In short, do the rules of formal vs material cooperation still apply here? Am I making it too much of an issue than it really is, or am I right to be worried here? I really cannot trust my own judgment now – I’m way too anxious for this and I keep second-guessing everything I say or do – so I’d rather ask someone more reasonable for an opinion.

It seems to me that watching something else on Netflix is just remote material cooperation.  If you went to your local Cinemaplex 2000 to watch Star Wars and it was also showing something blasphemous on one of the other 19 screens, why should you feel guilty?  You aren’t watching that thing.  And would you have to pledge to never go to that theatre ever again?  How many theatres would you have to boycott over time?  If you go to buy a can of beans at the store and they are selling The Da Vinci Code on the cheesy book rack, does make you guilty of shopping at your grocery store? What grocery or bookstore would ever be pure enough to meet such rigorous standards?

“But Netflix made The First Temptation of Christ!”  Actually, a Brazilian comedy group made it.  Netflix stuck their name on it.  Likewise, Martin Scorcese made the blasphemous Last Temptation of Christ and Universal stuck their name on it.  I think the idea of therefore forever refusing to see anything by Scorcese or Universal ever again as punishment is absurd.

Turn this around the other way.  The very fact that your conscience is so sensitive and you care so very much about trying to please God is itself a huge sign that you are not the hard-hearted sinner you fear you are and the bullies say you are.

I repeat what I have said before: All these sorts of purity boycotts about remote material cooperation with evil achieve nothing good and much evil.  They don’t do anything but draw attention to an evil that nobody would have heard of, as you wisely note.  And when imposed on tender consciences by bullies, all they achieve is stoking a power trip for the bully and pointless guilt and fear for the scrupulous victim of the bully.  They aren’t even coherent since there are a thousand other corporations remotely (and even directly) involved in all sorts of other evils.  But the Righteous are not interested in those, because they don’t have the “Look at me!  I’m standing up to those damned Hollywood Liberals” thrill that makes Right Wing Culture Warrior hearts go pitty-pat.  You don’t see these people boycotting slave chocolate.  Not sexy.  But guilting out some innocent who didn’t even watch the film?  What a cost-free power trip.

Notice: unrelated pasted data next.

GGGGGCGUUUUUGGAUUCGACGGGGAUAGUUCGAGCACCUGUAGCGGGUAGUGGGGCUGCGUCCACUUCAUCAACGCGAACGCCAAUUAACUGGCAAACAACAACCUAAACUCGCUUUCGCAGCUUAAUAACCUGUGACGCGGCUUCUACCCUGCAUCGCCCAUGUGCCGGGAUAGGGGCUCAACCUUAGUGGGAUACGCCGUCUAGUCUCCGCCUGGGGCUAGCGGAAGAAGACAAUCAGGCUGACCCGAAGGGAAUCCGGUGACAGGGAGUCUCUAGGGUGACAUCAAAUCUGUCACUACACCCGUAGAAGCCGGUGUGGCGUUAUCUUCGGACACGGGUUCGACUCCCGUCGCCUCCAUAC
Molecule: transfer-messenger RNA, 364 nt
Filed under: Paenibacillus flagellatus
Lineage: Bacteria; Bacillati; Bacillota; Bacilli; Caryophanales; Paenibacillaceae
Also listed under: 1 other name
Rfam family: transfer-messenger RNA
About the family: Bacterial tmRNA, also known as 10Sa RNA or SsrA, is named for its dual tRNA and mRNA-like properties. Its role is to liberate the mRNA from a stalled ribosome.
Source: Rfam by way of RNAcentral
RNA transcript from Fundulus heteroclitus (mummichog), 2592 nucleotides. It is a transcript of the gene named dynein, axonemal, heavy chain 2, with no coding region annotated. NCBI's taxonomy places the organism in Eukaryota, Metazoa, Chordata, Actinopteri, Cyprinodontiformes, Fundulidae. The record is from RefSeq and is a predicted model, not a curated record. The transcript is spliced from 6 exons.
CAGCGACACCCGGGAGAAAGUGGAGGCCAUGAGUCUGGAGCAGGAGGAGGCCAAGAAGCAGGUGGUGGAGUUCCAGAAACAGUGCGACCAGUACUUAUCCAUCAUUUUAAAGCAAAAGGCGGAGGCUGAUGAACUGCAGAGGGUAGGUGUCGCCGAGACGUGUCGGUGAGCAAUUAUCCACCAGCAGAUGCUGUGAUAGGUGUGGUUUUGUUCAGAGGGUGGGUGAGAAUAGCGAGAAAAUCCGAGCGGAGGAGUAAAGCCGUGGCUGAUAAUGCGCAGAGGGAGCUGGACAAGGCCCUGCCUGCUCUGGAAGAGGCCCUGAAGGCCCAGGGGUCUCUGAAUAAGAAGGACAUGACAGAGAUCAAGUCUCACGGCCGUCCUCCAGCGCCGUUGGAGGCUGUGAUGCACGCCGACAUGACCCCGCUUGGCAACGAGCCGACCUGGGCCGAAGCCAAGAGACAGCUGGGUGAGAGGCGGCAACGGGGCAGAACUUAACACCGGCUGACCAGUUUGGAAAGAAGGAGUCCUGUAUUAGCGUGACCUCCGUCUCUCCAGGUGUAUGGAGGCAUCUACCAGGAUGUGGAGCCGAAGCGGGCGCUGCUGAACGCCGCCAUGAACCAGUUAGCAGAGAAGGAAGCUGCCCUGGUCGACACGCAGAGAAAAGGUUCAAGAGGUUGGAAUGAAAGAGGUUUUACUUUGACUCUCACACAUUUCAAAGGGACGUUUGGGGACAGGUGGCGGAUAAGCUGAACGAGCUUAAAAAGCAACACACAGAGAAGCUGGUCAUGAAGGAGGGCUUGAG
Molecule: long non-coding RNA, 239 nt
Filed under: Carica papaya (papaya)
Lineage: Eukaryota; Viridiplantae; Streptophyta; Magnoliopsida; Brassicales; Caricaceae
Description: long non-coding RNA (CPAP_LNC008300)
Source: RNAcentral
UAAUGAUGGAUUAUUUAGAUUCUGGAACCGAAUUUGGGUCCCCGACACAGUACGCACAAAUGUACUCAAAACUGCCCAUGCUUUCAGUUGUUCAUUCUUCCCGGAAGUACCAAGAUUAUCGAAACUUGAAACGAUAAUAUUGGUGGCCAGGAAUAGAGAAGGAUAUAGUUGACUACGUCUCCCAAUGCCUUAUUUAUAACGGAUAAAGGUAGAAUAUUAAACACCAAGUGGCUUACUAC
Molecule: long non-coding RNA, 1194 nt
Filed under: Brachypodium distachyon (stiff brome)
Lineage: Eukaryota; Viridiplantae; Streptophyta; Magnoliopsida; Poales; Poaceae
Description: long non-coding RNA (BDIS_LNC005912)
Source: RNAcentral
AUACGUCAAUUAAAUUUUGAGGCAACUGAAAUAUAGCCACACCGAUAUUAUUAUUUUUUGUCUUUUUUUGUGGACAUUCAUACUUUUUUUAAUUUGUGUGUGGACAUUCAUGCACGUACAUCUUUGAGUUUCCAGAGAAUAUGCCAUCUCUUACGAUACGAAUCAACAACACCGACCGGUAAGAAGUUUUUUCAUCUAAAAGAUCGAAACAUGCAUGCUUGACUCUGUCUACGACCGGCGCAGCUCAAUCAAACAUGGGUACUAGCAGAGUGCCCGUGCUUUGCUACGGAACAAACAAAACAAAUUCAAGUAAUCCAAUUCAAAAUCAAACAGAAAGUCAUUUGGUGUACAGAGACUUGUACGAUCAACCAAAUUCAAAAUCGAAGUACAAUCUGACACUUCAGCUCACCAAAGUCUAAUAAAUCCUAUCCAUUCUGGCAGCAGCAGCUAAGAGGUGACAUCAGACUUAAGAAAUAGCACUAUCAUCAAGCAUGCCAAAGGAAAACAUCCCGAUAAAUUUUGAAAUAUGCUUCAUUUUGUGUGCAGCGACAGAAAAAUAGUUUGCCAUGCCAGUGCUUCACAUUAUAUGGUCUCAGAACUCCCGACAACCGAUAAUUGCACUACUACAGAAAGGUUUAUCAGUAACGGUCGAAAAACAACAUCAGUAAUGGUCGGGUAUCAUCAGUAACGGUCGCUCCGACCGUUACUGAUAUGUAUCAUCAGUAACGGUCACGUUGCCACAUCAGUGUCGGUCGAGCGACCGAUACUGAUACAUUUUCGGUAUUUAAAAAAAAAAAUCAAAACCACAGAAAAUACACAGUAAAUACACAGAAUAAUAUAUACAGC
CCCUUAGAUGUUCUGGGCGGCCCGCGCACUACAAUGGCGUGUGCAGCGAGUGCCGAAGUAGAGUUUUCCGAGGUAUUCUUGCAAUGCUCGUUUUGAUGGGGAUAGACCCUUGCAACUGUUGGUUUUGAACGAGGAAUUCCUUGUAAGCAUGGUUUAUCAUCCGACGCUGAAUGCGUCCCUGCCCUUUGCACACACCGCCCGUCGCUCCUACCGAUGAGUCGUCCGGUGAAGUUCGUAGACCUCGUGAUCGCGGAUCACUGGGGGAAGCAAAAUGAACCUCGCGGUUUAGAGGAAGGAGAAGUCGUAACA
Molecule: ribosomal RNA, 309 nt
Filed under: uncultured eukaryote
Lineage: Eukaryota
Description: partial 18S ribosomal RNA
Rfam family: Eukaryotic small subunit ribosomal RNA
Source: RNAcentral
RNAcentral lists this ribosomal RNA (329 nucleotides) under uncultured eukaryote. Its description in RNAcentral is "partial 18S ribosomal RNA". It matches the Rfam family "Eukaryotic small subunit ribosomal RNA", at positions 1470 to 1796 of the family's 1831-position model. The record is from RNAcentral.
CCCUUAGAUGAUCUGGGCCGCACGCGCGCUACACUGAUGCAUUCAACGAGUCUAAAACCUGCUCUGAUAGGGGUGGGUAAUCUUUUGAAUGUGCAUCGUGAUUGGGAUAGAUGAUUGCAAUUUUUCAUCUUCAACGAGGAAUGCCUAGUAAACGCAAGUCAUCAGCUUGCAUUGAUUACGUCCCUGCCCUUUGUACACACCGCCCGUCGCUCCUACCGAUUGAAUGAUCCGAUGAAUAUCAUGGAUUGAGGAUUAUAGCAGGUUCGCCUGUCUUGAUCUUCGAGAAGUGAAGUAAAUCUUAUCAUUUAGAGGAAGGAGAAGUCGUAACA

Nope.  Stick with the Church’s teaching on remote material cooperation and don’t let the bullies ride you down.  Indeed, feel free to tell some other scrupulous person, “We don’t have to take this anymore!  The Church herself says so!” and explain to the remote material cooperation with evil.  Or if you want, just quietly go about your business.  But don’t let the bullies beat you up.  The gospel is about liberty from puny human rules and silly shibboleths.

(On a side note, all those cries of “They wouldn’t dare to make a movie like that about Islam” irk me for a number of reasons, including the fact that Jesus *is actually revered in Islam as a prophet*. I bet you could find quite a few Muslims angry about that movie too.)

You are perfectly right.